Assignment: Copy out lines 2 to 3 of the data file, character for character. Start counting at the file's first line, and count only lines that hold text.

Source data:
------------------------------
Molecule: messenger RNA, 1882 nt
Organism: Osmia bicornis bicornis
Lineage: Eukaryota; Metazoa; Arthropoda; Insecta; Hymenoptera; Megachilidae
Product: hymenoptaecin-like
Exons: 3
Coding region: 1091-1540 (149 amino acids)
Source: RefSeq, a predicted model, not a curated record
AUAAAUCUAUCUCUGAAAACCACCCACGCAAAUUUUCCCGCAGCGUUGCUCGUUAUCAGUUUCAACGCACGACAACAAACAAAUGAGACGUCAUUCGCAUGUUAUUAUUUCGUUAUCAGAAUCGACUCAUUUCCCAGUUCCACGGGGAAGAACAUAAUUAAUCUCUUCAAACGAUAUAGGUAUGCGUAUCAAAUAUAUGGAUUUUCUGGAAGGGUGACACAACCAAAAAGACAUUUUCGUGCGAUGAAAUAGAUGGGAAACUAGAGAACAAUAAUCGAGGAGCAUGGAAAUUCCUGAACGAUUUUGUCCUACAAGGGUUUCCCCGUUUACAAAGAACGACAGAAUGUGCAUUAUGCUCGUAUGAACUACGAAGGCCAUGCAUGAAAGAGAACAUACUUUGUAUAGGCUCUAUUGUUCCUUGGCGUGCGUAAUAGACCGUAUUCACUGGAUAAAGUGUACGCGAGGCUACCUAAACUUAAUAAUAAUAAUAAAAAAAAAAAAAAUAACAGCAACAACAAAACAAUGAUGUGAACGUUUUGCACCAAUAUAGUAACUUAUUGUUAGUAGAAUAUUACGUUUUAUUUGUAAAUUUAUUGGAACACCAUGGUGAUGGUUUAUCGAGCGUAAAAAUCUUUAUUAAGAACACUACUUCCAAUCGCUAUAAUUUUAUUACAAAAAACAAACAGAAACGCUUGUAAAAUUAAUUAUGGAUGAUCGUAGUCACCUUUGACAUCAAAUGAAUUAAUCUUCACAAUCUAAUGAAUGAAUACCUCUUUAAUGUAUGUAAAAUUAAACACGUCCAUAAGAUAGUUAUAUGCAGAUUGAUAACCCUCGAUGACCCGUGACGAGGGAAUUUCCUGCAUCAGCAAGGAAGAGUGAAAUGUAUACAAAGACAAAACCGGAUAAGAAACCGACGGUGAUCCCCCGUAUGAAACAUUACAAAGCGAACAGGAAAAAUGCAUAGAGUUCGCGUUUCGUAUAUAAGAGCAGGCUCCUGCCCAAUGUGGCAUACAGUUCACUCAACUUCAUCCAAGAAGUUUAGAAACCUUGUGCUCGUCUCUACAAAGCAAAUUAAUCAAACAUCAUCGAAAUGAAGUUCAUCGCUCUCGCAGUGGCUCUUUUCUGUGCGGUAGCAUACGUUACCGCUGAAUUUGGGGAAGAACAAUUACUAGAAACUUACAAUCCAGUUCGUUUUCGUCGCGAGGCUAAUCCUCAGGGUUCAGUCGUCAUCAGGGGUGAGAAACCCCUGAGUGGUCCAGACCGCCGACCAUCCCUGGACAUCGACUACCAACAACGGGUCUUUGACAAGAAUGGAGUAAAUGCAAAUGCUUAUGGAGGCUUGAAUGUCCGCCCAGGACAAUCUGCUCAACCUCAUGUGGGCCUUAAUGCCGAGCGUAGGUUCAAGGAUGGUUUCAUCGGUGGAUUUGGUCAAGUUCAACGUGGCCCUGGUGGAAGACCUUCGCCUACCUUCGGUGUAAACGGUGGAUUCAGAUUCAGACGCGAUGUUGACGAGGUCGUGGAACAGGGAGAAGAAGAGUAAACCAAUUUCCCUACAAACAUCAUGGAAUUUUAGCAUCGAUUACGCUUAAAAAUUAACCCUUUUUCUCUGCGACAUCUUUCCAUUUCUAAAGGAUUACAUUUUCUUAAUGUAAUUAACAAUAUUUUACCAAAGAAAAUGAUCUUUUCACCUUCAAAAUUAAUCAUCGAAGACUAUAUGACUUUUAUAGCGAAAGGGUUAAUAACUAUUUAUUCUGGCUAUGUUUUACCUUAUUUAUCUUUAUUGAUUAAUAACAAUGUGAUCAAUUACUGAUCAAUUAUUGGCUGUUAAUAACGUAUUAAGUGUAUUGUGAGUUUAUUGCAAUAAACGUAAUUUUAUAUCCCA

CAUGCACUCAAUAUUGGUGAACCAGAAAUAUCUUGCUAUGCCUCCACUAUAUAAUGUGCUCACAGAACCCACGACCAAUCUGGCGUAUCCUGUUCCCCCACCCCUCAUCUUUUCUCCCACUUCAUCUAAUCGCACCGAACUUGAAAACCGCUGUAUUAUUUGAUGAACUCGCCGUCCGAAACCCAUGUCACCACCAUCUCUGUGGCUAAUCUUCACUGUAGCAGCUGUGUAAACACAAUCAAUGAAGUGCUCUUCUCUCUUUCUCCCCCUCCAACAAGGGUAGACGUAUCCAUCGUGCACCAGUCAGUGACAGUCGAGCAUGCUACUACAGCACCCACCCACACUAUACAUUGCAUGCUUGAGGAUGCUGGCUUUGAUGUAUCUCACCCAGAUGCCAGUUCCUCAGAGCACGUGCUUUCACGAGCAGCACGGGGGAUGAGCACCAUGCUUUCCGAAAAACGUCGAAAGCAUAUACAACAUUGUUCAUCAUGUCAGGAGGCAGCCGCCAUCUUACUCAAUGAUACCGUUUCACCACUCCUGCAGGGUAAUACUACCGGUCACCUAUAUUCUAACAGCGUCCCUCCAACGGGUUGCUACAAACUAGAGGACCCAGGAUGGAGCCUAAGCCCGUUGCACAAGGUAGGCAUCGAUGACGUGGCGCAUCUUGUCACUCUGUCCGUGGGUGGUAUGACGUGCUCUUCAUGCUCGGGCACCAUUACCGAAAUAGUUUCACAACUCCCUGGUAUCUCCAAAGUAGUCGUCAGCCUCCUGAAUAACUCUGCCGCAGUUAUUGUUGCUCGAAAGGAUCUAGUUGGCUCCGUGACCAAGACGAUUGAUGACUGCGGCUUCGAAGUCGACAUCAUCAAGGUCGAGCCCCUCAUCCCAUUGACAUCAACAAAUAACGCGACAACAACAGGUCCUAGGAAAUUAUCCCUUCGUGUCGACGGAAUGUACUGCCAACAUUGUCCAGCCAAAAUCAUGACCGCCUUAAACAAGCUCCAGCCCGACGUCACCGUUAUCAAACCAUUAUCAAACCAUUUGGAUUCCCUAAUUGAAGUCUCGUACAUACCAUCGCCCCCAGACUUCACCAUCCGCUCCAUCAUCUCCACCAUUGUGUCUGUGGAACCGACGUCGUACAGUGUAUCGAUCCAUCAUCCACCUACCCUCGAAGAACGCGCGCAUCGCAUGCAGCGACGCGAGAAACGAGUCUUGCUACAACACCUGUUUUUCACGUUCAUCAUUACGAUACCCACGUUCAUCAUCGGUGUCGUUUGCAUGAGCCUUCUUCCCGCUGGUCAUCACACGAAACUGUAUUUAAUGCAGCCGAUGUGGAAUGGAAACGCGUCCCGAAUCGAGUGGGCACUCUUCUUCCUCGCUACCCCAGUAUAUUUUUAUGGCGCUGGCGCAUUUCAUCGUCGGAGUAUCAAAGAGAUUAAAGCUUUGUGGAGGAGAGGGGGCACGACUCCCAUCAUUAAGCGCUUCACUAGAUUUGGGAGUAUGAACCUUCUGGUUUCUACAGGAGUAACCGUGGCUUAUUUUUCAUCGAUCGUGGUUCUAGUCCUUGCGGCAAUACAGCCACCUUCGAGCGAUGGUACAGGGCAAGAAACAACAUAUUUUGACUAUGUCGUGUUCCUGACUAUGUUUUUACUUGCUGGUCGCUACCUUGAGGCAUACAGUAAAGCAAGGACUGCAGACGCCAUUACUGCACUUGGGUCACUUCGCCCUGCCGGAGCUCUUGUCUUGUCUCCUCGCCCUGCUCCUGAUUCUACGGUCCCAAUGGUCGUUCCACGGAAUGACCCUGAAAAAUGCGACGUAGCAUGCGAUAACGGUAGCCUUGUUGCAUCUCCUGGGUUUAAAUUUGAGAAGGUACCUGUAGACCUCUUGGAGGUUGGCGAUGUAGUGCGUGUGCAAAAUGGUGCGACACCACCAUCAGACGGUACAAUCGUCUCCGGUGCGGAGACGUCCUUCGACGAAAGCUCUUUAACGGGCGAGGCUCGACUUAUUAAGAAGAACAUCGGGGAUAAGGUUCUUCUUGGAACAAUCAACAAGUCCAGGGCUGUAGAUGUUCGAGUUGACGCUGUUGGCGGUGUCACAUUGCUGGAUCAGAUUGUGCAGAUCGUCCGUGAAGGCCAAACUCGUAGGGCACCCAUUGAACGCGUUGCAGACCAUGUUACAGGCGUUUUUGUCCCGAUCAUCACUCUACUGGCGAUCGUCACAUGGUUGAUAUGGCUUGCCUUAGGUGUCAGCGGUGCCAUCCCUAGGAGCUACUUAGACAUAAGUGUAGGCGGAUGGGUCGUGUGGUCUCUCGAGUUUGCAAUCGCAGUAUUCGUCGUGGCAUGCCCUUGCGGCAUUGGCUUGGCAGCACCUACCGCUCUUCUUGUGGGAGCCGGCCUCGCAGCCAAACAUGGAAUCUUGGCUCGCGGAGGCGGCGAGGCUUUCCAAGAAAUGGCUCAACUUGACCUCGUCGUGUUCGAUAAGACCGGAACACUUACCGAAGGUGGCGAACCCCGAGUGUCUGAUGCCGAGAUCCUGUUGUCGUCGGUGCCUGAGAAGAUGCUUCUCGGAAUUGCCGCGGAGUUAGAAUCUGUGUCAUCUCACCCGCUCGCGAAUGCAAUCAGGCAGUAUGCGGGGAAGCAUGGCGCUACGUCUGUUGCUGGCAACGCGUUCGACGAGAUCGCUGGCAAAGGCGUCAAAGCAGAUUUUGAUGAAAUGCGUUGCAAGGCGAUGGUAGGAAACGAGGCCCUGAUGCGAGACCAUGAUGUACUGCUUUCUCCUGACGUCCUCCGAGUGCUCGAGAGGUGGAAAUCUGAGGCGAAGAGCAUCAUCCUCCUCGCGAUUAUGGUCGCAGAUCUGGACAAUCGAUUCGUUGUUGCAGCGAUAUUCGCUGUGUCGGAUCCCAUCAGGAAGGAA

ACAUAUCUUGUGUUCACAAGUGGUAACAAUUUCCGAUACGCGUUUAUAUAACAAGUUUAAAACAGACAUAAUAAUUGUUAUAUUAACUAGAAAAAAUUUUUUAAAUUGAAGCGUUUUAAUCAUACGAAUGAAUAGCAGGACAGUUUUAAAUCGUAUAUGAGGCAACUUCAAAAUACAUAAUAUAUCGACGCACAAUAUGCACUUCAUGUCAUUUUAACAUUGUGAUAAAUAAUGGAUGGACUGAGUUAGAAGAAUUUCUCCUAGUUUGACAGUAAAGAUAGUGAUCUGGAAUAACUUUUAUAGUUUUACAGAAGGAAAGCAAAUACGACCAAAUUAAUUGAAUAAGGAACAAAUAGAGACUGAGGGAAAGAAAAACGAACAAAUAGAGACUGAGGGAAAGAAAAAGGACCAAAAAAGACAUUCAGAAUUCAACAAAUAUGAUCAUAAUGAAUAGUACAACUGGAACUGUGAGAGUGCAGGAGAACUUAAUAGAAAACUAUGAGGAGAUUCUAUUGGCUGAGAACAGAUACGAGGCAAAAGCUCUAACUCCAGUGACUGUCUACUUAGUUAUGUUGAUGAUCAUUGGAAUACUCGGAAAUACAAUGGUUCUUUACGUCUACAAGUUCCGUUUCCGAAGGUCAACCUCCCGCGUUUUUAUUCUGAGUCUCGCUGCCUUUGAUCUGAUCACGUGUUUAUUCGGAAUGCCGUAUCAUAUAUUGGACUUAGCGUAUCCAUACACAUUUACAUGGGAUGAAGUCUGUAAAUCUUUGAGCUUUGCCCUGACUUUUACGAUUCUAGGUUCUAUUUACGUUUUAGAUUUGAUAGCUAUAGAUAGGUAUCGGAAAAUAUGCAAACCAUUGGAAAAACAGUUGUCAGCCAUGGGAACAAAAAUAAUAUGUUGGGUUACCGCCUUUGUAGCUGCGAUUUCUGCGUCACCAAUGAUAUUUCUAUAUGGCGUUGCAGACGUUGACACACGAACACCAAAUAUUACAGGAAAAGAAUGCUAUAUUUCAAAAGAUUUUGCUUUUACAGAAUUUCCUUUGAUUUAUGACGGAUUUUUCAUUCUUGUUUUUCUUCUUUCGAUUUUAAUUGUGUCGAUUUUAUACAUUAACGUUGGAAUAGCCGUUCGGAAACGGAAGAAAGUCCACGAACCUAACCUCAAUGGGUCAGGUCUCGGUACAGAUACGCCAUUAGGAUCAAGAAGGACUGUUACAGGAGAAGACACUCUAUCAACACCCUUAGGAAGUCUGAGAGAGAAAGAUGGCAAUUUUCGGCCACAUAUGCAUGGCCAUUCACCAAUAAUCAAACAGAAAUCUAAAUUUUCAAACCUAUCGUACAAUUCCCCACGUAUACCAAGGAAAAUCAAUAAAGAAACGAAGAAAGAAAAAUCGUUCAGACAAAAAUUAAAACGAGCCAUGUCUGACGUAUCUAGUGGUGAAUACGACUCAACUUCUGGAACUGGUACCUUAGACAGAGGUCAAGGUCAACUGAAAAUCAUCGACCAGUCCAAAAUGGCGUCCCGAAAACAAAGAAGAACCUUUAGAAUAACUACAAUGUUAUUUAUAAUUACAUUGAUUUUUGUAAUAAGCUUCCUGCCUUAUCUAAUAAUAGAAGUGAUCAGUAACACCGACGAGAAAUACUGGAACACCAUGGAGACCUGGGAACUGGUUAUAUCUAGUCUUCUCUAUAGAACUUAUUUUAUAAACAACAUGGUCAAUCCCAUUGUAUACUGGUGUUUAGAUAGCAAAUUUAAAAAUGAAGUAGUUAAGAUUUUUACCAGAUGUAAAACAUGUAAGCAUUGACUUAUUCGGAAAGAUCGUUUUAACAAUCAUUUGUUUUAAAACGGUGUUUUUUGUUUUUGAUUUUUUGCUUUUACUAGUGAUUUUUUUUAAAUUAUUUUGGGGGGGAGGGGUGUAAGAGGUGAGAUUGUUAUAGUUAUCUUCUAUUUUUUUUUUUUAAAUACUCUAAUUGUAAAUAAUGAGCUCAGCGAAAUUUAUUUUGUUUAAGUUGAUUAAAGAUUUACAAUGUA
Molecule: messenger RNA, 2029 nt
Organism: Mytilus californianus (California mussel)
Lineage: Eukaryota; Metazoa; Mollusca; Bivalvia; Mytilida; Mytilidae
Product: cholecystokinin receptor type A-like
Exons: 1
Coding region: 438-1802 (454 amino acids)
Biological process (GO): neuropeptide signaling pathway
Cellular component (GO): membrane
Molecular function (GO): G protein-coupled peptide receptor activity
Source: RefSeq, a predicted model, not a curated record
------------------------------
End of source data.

Organism: Osmia bicornis bicornis
Lineage: Eukaryota; Metazoa; Arthropoda; Insecta; Hymenoptera; Megachilidae